Bottom Line: For those that don’t require dozens of drum pads, sliders, and knobs, and prefer the simplicity and sleekness of a simple MIDI keyboard, the M-Audio Keystation is the one to get. All three versions of it - 49-key, 61-key, and 88-key - are priced extremely well (the 49-key in particular is a bargain). If you opt for the 88-key version, just make sure you realize the keys are not fully-weighted like on a real piano, and you’ll be just fine!
M-Audio Oxygen 49 MK IV
|DAW Compatibility:||All DAWs (Ableton, Logic, FL Studio, Cubase, GarageBand, etc.)|
|Number of Keys Available:||25 Keys, 49 Keys, 61 Keys|
The M-Audio Oxygen MKIV line of MIDI keyboards looks to be M-Audio’s answer to the Novation Launchkey. It’s also the more advanced version of M-Audio’s Keystation controllers, adding pads, knobs, and faders for more DAW control.
Unlike the Novation Launchkey, the M-Audio Oxygen MKIV is not made specifically for compatibility with a particular DAW. Based on the user reviews and forum threads we read through, users were able to map the controls of this keyboard to any DAW (some users reported minor headaches with some DAW and operating system combos). The features you get are pretty standard compared to its competitors: synth-action velocity-sensitive keys on all 3 key sizes, 8 velocity-sensitive pads, 8 knobs, 9 faders (the 25-key M-Audio Oxygen 25 MK IV only has a single fader), transport controls, and a sustain pedal input. The feel of the keys is nice and springy. Note that there’s no 88-key version available, so if that’s what you’re looking for you’re better off looking at M-Audio’s Keystation line.
In terms of build quality, it feels very solid - surprisingly so, given its very low price tag. We’ll have to give the edge to M-Audio here over Novation, with one user calling it "an absolute tank of a keyboard." The drum pads, knobs, sliders, and modulation and pitch wheels all feel very good and respond very well. The drum pads in particular receive many positive mentions from owners of this keyboard for their tightness and responsiveness. Reviewers have also praised this keyboard’s DAW compatibility. We counted positive remarks regarding how well it plays with Logic Pro X, Pro Tools, Sonar, and more.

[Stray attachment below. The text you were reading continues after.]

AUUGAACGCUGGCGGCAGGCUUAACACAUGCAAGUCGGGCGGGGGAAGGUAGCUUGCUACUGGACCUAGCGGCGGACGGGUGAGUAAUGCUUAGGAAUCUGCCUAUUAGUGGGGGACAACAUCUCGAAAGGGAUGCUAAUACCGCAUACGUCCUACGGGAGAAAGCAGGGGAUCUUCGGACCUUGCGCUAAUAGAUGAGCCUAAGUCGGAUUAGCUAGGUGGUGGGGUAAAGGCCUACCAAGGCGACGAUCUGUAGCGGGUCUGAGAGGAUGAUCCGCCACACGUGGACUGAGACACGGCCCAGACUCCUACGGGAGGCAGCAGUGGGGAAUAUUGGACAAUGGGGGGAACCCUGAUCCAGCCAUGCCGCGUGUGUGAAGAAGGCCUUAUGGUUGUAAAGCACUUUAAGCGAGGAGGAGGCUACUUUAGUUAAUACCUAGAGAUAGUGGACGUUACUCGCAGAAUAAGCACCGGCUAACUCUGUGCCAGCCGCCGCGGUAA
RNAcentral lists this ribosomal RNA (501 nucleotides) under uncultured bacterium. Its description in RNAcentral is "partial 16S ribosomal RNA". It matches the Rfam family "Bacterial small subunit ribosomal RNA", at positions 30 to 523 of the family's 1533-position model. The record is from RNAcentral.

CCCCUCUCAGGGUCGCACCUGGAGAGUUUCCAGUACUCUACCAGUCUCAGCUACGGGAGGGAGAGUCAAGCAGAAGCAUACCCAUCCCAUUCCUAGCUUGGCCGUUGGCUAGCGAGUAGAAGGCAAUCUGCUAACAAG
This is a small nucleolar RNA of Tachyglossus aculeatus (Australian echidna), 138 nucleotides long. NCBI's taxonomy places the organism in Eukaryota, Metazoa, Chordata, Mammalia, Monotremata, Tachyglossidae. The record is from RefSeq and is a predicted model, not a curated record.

Bottom Line: The most appropriate comparison of the M-Audio Oxygen 25/49/61 MKIV is to the Novation Launchkey 25/49/61, as they are in a very similar price range and compete feature-for-feature. The Novation Launchkey has the edge with 16 pads instead of 8, but we prefer the general layout of the M-Audio Oxygen. The Oxygen’s build quality is also superior to that of the Launchkey. Where the Novation Launchkey excels is its tight integration with Ableton Live. If you’re an Ableton Live user, we recommend that one over this one. Otherwise, we’ll have to give the ever so slight edge to the M-Audio Oxygen, since it’s priced a few dollars lower than the Launchkey (depending on the key size). Either way, you can’t really go wrong. The M-Audio Oxygen MIDI keyboards are used by many pro artists, including The M Machine, Pharrell Williams, Marcus Schossow, Kygo, Liam Howlett (of The Prodigy fame), Nicky Romero and Flux Pavilion. Some of these pros may be using the Oxygen’s previous version (now discontinued), which accounts for the minor layout differences. As always, we recommend the latest versions, since M-Audio does a good job of improving on every aspect.